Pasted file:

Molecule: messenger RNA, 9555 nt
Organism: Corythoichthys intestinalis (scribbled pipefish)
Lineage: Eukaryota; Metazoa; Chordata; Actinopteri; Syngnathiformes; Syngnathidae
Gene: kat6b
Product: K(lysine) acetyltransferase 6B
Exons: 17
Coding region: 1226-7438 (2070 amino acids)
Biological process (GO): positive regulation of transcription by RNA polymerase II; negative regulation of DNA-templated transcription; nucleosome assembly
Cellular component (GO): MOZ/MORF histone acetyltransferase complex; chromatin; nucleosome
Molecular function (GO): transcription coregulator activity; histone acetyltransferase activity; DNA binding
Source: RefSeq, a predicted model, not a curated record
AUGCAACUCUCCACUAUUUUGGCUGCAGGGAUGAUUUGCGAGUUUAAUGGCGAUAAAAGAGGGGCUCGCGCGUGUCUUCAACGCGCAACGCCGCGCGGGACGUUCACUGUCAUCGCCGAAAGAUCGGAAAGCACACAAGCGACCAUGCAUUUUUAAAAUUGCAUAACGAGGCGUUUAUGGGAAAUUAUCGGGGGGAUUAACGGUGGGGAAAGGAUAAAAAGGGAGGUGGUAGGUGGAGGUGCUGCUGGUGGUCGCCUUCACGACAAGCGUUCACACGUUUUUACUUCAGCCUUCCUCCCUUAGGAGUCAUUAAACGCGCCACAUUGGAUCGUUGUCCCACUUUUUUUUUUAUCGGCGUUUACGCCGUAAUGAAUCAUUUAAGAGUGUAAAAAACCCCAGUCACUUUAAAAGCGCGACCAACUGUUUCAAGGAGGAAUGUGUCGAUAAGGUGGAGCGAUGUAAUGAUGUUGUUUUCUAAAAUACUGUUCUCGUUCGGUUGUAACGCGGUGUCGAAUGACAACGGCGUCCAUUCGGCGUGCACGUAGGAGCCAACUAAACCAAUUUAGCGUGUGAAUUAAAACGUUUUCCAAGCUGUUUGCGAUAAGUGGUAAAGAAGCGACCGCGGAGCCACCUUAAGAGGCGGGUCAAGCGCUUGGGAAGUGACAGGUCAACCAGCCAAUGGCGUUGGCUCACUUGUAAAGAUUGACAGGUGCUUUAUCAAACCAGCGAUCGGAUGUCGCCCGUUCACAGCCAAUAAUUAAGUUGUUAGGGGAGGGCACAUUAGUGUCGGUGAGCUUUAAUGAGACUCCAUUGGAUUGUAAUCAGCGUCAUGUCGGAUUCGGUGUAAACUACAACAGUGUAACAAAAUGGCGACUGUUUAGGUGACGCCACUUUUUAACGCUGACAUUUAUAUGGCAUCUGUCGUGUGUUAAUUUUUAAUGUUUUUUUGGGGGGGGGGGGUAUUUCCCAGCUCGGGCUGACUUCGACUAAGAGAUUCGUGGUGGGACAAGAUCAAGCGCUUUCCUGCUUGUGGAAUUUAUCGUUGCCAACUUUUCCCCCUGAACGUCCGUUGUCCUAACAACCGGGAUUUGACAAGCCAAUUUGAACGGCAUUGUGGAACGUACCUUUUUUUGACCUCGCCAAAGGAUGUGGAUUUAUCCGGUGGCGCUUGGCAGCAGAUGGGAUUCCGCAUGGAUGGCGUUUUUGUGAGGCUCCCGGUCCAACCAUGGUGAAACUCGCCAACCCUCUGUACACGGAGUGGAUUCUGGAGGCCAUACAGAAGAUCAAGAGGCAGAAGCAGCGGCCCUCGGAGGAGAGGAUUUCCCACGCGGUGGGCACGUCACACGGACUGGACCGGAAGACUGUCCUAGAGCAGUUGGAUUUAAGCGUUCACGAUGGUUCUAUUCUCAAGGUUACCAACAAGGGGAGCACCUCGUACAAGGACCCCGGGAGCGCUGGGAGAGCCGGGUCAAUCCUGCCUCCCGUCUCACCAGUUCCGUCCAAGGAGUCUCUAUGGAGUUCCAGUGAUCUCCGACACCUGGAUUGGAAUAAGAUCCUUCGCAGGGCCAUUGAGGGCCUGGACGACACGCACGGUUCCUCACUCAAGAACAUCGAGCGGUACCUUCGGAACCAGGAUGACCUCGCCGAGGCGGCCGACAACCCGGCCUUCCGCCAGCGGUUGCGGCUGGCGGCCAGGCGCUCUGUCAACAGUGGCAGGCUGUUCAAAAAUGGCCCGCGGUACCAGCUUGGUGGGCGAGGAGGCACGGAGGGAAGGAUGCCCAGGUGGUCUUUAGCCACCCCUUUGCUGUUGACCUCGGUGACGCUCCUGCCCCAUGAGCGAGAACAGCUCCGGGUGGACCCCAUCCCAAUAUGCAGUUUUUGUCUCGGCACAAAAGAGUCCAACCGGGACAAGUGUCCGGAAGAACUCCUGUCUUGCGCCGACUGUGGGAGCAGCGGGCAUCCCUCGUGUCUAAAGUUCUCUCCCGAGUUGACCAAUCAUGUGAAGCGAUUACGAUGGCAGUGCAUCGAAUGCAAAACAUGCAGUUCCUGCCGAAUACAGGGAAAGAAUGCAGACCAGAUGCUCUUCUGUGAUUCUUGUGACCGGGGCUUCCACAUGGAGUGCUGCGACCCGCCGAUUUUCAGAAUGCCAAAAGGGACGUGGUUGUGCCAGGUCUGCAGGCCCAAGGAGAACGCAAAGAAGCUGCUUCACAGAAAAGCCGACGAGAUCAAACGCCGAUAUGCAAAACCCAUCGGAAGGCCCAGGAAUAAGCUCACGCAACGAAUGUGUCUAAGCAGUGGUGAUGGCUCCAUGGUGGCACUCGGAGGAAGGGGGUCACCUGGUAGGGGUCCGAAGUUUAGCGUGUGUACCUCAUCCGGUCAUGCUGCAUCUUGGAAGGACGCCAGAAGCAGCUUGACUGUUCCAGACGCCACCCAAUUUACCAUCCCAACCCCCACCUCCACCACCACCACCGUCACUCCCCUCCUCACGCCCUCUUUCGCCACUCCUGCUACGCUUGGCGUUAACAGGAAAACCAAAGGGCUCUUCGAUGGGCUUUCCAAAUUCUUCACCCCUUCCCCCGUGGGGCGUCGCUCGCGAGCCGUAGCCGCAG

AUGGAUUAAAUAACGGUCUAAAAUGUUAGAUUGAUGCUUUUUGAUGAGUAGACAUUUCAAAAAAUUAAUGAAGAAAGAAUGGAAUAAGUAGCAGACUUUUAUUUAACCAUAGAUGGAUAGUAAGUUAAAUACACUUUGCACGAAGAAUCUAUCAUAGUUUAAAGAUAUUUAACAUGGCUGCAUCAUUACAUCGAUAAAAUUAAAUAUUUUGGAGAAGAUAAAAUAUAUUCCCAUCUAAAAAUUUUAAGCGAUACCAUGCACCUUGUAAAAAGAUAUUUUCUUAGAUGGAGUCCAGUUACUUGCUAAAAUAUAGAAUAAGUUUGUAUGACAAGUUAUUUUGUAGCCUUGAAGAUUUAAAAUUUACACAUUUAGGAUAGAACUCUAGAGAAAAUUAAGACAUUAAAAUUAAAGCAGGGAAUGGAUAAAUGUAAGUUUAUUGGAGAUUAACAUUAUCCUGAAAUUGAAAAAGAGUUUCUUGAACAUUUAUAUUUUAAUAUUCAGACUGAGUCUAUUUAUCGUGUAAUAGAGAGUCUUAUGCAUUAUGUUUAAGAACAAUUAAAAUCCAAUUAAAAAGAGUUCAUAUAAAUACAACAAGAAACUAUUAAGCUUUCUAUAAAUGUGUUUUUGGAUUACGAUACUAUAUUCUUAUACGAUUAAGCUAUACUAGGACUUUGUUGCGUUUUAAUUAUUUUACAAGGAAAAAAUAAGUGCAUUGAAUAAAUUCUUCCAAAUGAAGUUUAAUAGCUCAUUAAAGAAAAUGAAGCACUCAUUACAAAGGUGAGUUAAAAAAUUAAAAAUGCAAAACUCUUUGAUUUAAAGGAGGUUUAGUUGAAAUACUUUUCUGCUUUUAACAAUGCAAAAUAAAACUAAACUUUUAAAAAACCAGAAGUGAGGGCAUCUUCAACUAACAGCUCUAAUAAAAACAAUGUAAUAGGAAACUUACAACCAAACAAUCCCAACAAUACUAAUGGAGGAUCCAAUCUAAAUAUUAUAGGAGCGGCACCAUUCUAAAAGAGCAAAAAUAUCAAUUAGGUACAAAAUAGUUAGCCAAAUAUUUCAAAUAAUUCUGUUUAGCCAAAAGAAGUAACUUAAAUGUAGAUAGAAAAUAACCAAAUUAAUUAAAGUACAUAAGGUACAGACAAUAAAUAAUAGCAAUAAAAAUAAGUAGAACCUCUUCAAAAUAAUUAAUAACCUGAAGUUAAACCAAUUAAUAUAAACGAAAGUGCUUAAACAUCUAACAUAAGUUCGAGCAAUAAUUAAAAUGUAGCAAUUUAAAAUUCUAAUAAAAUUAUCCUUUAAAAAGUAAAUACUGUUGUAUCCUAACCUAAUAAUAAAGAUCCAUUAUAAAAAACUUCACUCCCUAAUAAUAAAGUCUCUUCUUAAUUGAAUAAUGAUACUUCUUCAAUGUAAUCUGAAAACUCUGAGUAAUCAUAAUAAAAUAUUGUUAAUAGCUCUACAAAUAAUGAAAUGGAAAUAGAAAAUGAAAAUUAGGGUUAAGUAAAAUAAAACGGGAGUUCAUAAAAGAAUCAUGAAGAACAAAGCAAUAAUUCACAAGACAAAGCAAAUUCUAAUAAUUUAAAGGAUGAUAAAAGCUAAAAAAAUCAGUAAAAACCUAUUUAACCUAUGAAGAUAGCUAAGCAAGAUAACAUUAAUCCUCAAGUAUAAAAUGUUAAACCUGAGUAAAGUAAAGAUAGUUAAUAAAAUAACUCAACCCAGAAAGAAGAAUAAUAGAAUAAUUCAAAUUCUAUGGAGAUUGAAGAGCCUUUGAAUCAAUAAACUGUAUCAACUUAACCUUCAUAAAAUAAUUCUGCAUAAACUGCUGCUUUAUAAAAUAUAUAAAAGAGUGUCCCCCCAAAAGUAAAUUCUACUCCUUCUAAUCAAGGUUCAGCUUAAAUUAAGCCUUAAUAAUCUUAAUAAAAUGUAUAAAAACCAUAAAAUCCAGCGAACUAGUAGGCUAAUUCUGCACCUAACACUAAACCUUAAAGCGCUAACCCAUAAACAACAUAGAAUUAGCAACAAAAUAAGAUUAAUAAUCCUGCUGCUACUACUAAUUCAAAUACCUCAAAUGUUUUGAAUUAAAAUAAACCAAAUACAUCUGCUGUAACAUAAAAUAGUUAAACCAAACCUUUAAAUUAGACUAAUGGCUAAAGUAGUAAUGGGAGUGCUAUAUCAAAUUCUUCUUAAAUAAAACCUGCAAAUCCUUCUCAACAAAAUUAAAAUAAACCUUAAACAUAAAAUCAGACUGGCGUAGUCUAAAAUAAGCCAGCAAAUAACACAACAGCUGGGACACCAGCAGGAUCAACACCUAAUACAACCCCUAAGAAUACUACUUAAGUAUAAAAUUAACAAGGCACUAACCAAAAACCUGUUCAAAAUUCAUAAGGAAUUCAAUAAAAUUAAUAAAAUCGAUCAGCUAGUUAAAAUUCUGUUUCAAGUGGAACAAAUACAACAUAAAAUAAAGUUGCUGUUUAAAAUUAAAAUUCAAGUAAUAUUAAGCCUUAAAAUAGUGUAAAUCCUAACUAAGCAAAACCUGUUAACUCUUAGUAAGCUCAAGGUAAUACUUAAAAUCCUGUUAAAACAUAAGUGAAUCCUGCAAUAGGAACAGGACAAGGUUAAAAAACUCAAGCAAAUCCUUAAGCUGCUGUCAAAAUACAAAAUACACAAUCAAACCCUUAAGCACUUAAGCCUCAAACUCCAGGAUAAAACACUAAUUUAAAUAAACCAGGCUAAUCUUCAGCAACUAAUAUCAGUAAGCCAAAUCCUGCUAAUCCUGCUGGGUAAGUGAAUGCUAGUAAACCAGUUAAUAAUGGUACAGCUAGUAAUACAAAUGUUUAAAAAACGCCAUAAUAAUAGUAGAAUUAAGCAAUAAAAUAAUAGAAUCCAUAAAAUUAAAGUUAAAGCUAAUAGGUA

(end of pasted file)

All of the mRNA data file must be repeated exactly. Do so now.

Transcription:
Molecule: messenger RNA, 9555 nt
Organism: Corythoichthys intestinalis (scribbled pipefish)
Lineage: Eukaryota; Metazoa; Chordata; Actinopteri; Syngnathiformes; Syngnathidae
Gene: kat6b
Product: K(lysine) acetyltransferase 6B
Exons: 17
Coding region: 1226-7438 (2070 amino acids)
Biological process (GO): positive regulation of transcription by RNA polymerase II; negative regulation of DNA-templated transcription; nucleosome assembly
Cellular component (GO): MOZ/MORF histone acetyltransferase complex; chromatin; nucleosome
Molecular function (GO): transcription coregulator activity; histone acetyltransferase activity; DNA binding
Source: RefSeq, a predicted model, not a curated record
AUGCAACUCUCCACUAUUUUGGCUGCAGGGAUGAUUUGCGAGUUUAAUGGCGAUAAAAGAGGGGCUCGCGCGUGUCUUCAACGCGCAACGCCGCGCGGGACGUUCACUGUCAUCGCCGAAAGAUCGGAAAGCACACAAGCGACCAUGCAUUUUUAAAAUUGCAUAACGAGGCGUUUAUGGGAAAUUAUCGGGGGGAUUAACGGUGGGGAAAGGAUAAAAAGGGAGGUGGUAGGUGGAGGUGCUGCUGGUGGUCGCCUUCACGACAAGCGUUCACACGUUUUUACUUCAGCCUUCCUCCCUUAGGAGUCAUUAAACGCGCCACAUUGGAUCGUUGUCCCACUUUUUUUUUUAUCGGCGUUUACGCCGUAAUGAAUCAUUUAAGAGUGUAAAAAACCCCAGUCACUUUAAAAGCGCGACCAACUGUUUCAAGGAGGAAUGUGUCGAUAAGGUGGAGCGAUGUAAUGAUGUUGUUUUCUAAAAUACUGUUCUCGUUCGGUUGUAACGCGGUGUCGAAUGACAACGGCGUCCAUUCGGCGUGCACGUAGGAGCCAACUAAACCAAUUUAGCGUGUGAAUUAAAACGUUUUCCAAGCUGUUUGCGAUAAGUGGUAAAGAAGCGACCGCGGAGCCACCUUAAGAGGCGGGUCAAGCGCUUGGGAAGUGACAGGUCAACCAGCCAAUGGCGUUGGCUCACUUGUAAAGAUUGACAGGUGCUUUAUCAAACCAGCGAUCGGAUGUCGCCCGUUCACAGCCAAUAAUUAAGUUGUUAGGGGAGGGCACAUUAGUGUCGGUGAGCUUUAAUGAGACUCCAUUGGAUUGUAAUCAGCGUCAUGUCGGAUUCGGUGUAAACUACAACAGUGUAACAAAAUGGCGACUGUUUAGGUGACGCCACUUUUUAACGCUGACAUUUAUAUGGCAUCUGUCGUGUGUUAAUUUUUAAUGUUUUUUUGGGGGGGGGGGGUAUUUCCCAGCUCGGGCUGACUUCGACUAAGAGAUUCGUGGUGGGACAAGAUCAAGCGCUUUCCUGCUUGUGGAAUUUAUCGUUGCCAACUUUUCCCCCUGAACGUCCGUUGUCCUAACAACCGGGAUUUGACAAGCCAAUUUGAACGGCAUUGUGGAACGUACCUUUUUUUGACCUCGCCAAAGGAUGUGGAUUUAUCCGGUGGCGCUUGGCAGCAGAUGGGAUUCCGCAUGGAUGGCGUUUUUGUGAGGCUCCCGGUCCAACCAUGGUGAAACUCGCCAACCCUCUGUACACGGAGUGGAUUCUGGAGGCCAUACAGAAGAUCAAGAGGCAGAAGCAGCGGCCCUCGGAGGAGAGGAUUUCCCACGCGGUGGGCACGUCACACGGACUGGACCGGAAGACUGUCCUAGAGCAGUUGGAUUUAAGCGUUCACGAUGGUUCUAUUCUCAAGGUUACCAACAAGGGGAGCACCUCGUACAAGGACCCCGGGAGCGCUGGGAGAGCCGGGUCAAUCCUGCCUCCCGUCUCACCAGUUCCGUCCAAGGAGUCUCUAUGGAGUUCCAGUGAUCUCCGACACCUGGAUUGGAAUAAGAUCCUUCGCAGGGCCAUUGAGGGCCUGGACGACACGCACGGUUCCUCACUCAAGAACAUCGAGCGGUACCUUCGGAACCAGGAUGACCUCGCCGAGGCGGCCGACAACCCGGCCUUCCGCCAGCGGUUGCGGCUGGCGGCCAGGCGCUCUGUCAACAGUGGCAGGCUGUUCAAAAAUGGCCCGCGGUACCAGCUUGGUGGGCGAGGAGGCACGGAGGGAAGGAUGCCCAGGUGGUCUUUAGCCACCCCUUUGCUGUUGACCUCGGUGACGCUCCUGCCCCAUGAGCGAGAACAGCUCCGGGUGGACCCCAUCCCAAUAUGCAGUUUUUGUCUCGGCACAAAAGAGUCCAACCGGGACAAGUGUCCGGAAGAACUCCUGUCUUGCGCCGACUGUGGGAGCAGCGGGCAUCCCUCGUGUCUAAAGUUCUCUCCCGAGUUGACCAAUCAUGUGAAGCGAUUACGAUGGCAGUGCAUCGAAUGCAAAACAUGCAGUUCCUGCCGAAUACAGGGAAAGAAUGCAGACCAGAUGCUCUUCUGUGAUUCUUGUGACCGGGGCUUCCACAUGGAGUGCUGCGACCCGCCGAUUUUCAGAAUGCCAAAAGGGACGUGGUUGUGCCAGGUCUGCAGGCCCAAGGAGAACGCAAAGAAGCUGCUUCACAGAAAAGCCGACGAGAUCAAACGCCGAUAUGCAAAACCCAUCGGAAGGCCCAGGAAUAAGCUCACGCAACGAAUGUGUCUAAGCAGUGGUGAUGGCUCCAUGGUGGCACUCGGAGGAAGGGGGUCACCUGGUAGGGGUCCGAAGUUUAGCGUGUGUACCUCAUCCGGUCAUGCUGCAUCUUGGAAGGACGCCAGAAGCAGCUUGACUGUUCCAGACGCCACCCAAUUUACCAUCCCAACCCCCACCUCCACCACCACCACCGUCACUCCCCUCCUCACGCCCUCUUUCGCCACUCCUGCUACGCUUGGCGUUAACAGGAAAACCAAAGGGCUCUUCGAUGGGCUUUCCAAAUUCUUCACCCCUUCCCCCGUGGGGCGUCGCUCGCGAGCCGUAGCCGCAG

AUGGAUUAAAUAACGGUCUAAAAUGUUAGAUUGAUGCUUUUUGAUGAGUAGACAUUUCAAAAAAUUAAUGAAGAAAGAAUGGAAUAAGUAGCAGACUUUUAUUUAACCAUAGAUGGAUAGUAAGUUAAAUACACUUUGCACGAAGAAUCUAUCAUAGUUUAAAGAUAUUUAACAUGGCUGCAUCAUUACAUCGAUAAAAUUAAAUAUUUUGGAGAAGAUAAAAUAUAUUCCCAUCUAAAAAUUUUAAGCGAUACCAUGCACCUUGUAAAAAGAUAUUUUCUUAGAUGGAGUCCAGUUACUUGCUAAAAUAUAGAAUAAGUUUGUAUGACAAGUUAUUUUGUAGCCUUGAAGAUUUAAAAUUUACACAUUUAGGAUAGAACUCUAGAGAAAAUUAAGACAUUAAAAUUAAAGCAGGGAAUGGAUAAAUGUAAGUUUAUUGGAGAUUAACAUUAUCCUGAAAUUGAAAAAGAGUUUCUUGAACAUUUAUAUUUUAAUAUUCAGACUGAGUCUAUUUAUCGUGUAAUAGAGAGUCUUAUGCAUUAUGUUUAAGAACAAUUAAAAUCCAAUUAAAAAGAGUUCAUAUAAAUACAACAAGAAACUAUUAAGCUUUCUAUAAAUGUGUUUUUGGAUUACGAUACUAUAUUCUUAUACGAUUAAGCUAUACUAGGACUUUGUUGCGUUUUAAUUAUUUUACAAGGAAAAAAUAAGUGCAUUGAAUAAAUUCUUCCAAAUGAAGUUUAAUAGCUCAUUAAAGAAAAUGAAGCACUCAUUACAAAGGUGAGUUAAAAAAUUAAAAAUGCAAAACUCUUUGAUUUAAAGGAGGUUUAGUUGAAAUACUUUUCUGCUUUUAACAAUGCAAAAUAAAACUAAACUUUUAAAAAACCAGAAGUGAGGGCAUCUUCAACUAACAGCUCUAAUAAAAACAAUGUAAUAGGAAACUUACAACCAAACAAUCCCAACAAUACUAAUGGAGGAUCCAAUCUAAAUAUUAUAGGAGCGGCACCAUUCUAAAAGAGCAAAAAUAUCAAUUAGGUACAAAAUAGUUAGCCAAAUAUUUCAAAUAAUUCUGUUUAGCCAAAAGAAGUAACUUAAAUGUAGAUAGAAAAUAACCAAAUUAAUUAAAGUACAUAAGGUACAGACAAUAAAUAAUAGCAAUAAAAAUAAGUAGAACCUCUUCAAAAUAAUUAAUAACCUGAAGUUAAACCAAUUAAUAUAAACGAAAGUGCUUAAACAUCUAACAUAAGUUCGAGCAAUAAUUAAAAUGUAGCAAUUUAAAAUUCUAAUAAAAUUAUCCUUUAAAAAGUAAAUACUGUUGUAUCCUAACCUAAUAAUAAAGAUCCAUUAUAAAAAACUUCACUCCCUAAUAAUAAAGUCUCUUCUUAAUUGAAUAAUGAUACUUCUUCAAUGUAAUCUGAAAACUCUGAGUAAUCAUAAUAAAAUAUUGUUAAUAGCUCUACAAAUAAUGAAAUGGAAAUAGAAAAUGAAAAUUAGGGUUAAGUAAAAUAAAACGGGAGUUCAUAAAAGAAUCAUGAAGAACAAAGCAAUAAUUCACAAGACAAAGCAAAUUCUAAUAAUUUAAAGGAUGAUAAAAGCUAAAAAAAUCAGUAAAAACCUAUUUAACCUAUGAAGAUAGCUAAGCAAGAUAACAUUAAUCCUCAAGUAUAAAAUGUUAAACCUGAGUAAAGUAAAGAUAGUUAAUAAAAUAACUCAACCCAGAAAGAAGAAUAAUAGAAUAAUUCAAAUUCUAUGGAGAUUGAAGAGCCUUUGAAUCAAUAAACUGUAUCAACUUAACCUUCAUAAAAUAAUUCUGCAUAAACUGCUGCUUUAUAAAAUAUAUAAAAGAGUGUCCCCCCAAAAGUAAAUUCUACUCCUUCUAAUCAAGGUUCAGCUUAAAUUAAGCCUUAAUAAUCUUAAUAAAAUGUAUAAAAACCAUAAAAUCCAGCGAACUAGUAGGCUAAUUCUGCACCUAACACUAAACCUUAAAGCGCUAACCCAUAAACAACAUAGAAUUAGCAACAAAAUAAGAUUAAUAAUCCUGCUGCUACUACUAAUUCAAAUACCUCAAAUGUUUUGAAUUAAAAUAAACCAAAUACAUCUGCUGUAACAUAAAAUAGUUAAACCAAACCUUUAAAUUAGACUAAUGGCUAAAGUAGUAAUGGGAGUGCUAUAUCAAAUUCUUCUUAAAUAAAACCUGCAAAUCCUUCUCAACAAAAUUAAAAUAAACCUUAAACAUAAAAUCAGACUGGCGUAGUCUAAAAUAAGCCAGCAAAUAACACAACAGCUGGGACACCAGCAGGAUCAACACCUAAUACAACCCCUAAGAAUACUACUUAAGUAUAAAAUUAACAAGGCACUAACCAAAAACCUGUUCAAAAUUCAUAAGGAAUUCAAUAAAAUUAAUAAAAUCGAUCAGCUAGUUAAAAUUCUGUUUCAAGUGGAACAAAUACAACAUAAAAUAAAGUUGCUGUUUAAAAUUAAAAUUCAAGUAAUAUUAAGCCUUAAAAUAGUGUAAAUCCUAACUAAGCAAAACCUGUUAACUCUUAGUAAGCUCAAGGUAAUACUUAAAAUCCUGUUAAAACAUAAGUGAAUCCUGCAAUAGGAACAGGACAAGGUUAAAAAACUCAAGCAAAUCCUUAAGCUGCUGUCAAAAUACAAAAUACACAAUCAAACCCUUAAGCACUUAAGCCUCAAACUCCAGGAUAAAACACUAAUUUAAAUAAACCAGGCUAAUCUUCAGCAACUAAUAUCAGUAAGCCAAAUCCUGCUAAUCCUGCUGGGUAAGUGAAUGCUAGUAAACCAGUUAAUAAUGGUACAGCUAGUAAUACAAAUGUUUAAAAAACGCCAUAAUAAUAGUAGAAUUAAGCAAUAAAAUAAUAGAAUCCAUAAAAUUAAAGUUAAAGCUAAUAGGUA